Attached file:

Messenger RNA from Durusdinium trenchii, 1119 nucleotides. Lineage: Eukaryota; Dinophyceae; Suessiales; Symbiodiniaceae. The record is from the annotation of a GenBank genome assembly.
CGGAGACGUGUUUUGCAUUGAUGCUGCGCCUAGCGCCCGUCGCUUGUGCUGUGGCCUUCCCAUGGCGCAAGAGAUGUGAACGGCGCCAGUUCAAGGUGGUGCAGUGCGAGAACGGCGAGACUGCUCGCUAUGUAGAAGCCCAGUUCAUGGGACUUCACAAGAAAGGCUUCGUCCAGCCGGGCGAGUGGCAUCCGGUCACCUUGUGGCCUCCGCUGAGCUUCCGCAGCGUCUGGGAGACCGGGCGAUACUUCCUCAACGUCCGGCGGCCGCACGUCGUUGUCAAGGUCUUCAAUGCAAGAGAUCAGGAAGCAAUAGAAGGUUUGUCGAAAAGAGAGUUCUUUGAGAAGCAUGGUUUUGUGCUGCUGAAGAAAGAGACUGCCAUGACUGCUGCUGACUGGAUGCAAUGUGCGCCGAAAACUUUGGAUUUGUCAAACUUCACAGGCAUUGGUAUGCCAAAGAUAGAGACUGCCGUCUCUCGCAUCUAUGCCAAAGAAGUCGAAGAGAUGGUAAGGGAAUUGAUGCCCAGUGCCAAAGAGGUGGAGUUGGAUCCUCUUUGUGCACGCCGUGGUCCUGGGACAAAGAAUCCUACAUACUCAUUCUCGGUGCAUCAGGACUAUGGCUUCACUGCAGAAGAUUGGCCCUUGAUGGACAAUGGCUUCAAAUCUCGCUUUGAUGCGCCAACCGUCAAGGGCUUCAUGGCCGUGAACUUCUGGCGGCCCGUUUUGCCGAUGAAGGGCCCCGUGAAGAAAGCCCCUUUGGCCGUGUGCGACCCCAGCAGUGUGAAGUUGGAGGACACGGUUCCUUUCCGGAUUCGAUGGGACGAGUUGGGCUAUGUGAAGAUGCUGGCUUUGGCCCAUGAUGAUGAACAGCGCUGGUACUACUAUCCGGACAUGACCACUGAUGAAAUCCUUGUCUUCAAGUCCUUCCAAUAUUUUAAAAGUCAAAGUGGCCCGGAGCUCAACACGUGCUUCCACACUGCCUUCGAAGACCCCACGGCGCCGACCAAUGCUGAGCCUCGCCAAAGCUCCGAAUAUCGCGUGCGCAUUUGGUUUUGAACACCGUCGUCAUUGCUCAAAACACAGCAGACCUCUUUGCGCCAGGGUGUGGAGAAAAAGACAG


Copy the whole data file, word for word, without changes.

Messenger RNA from Durusdinium trenchii, 1119 nucleotides. Lineage: Eukaryota; Dinophyceae; Suessiales; Symbiodiniaceae. The record is from the annotation of a GenBank genome assembly.
CGGAGACGUGUUUUGCAUUGAUGCUGCGCCUAGCGCCCGUCGCUUGUGCUGUGGCCUUCCCAUGGCGCAAGAGAUGUGAACGGCGCCAGUUCAAGGUGGUGCAGUGCGAGAACGGCGAGACUGCUCGCUAUGUAGAAGCCCAGUUCAUGGGACUUCACAAGAAAGGCUUCGUCCAGCCGGGCGAGUGGCAUCCGGUCACCUUGUGGCCUCCGCUGAGCUUCCGCAGCGUCUGGGAGACCGGGCGAUACUUCCUCAACGUCCGGCGGCCGCACGUCGUUGUCAAGGUCUUCAAUGCAAGAGAUCAGGAAGCAAUAGAAGGUUUGUCGAAAAGAGAGUUCUUUGAGAAGCAUGGUUUUGUGCUGCUGAAGAAAGAGACUGCCAUGACUGCUGCUGACUGGAUGCAAUGUGCGCCGAAAACUUUGGAUUUGUCAAACUUCACAGGCAUUGGUAUGCCAAAGAUAGAGACUGCCGUCUCUCGCAUCUAUGCCAAAGAAGUCGAAGAGAUGGUAAGGGAAUUGAUGCCCAGUGCCAAAGAGGUGGAGUUGGAUCCUCUUUGUGCACGCCGUGGUCCUGGGACAAAGAAUCCUACAUACUCAUUCUCGGUGCAUCAGGACUAUGGCUUCACUGCAGAAGAUUGGCCCUUGAUGGACAAUGGCUUCAAAUCUCGCUUUGAUGCGCCAACCGUCAAGGGCUUCAUGGCCGUGAACUUCUGGCGGCCCGUUUUGCCGAUGAAGGGCCCCGUGAAGAAAGCCCCUUUGGCCGUGUGCGACCCCAGCAGUGUGAAGUUGGAGGACACGGUUCCUUUCCGGAUUCGAUGGGACGAGUUGGGCUAUGUGAAGAUGCUGGCUUUGGCCCAUGAUGAUGAACAGCGCUGGUACUACUAUCCGGACAUGACCACUGAUGAAAUCCUUGUCUUCAAGUCCUUCCAAUAUUUUAAAAGUCAAAGUGGCCCGGAGCUCAACACGUGCUUCCACACUGCCUUCGAAGACCCCACGGCGCCGACCAAUGCUGAGCCUCGCCAAAGCUCCGAAUAUCGCGUGCGCAUUUGGUUUUGAACACCGUCGUCAUUGCUCAAAACACAGCAGACCUCUUUGCGCCAGGGUGUGGAGAAAAAGACAG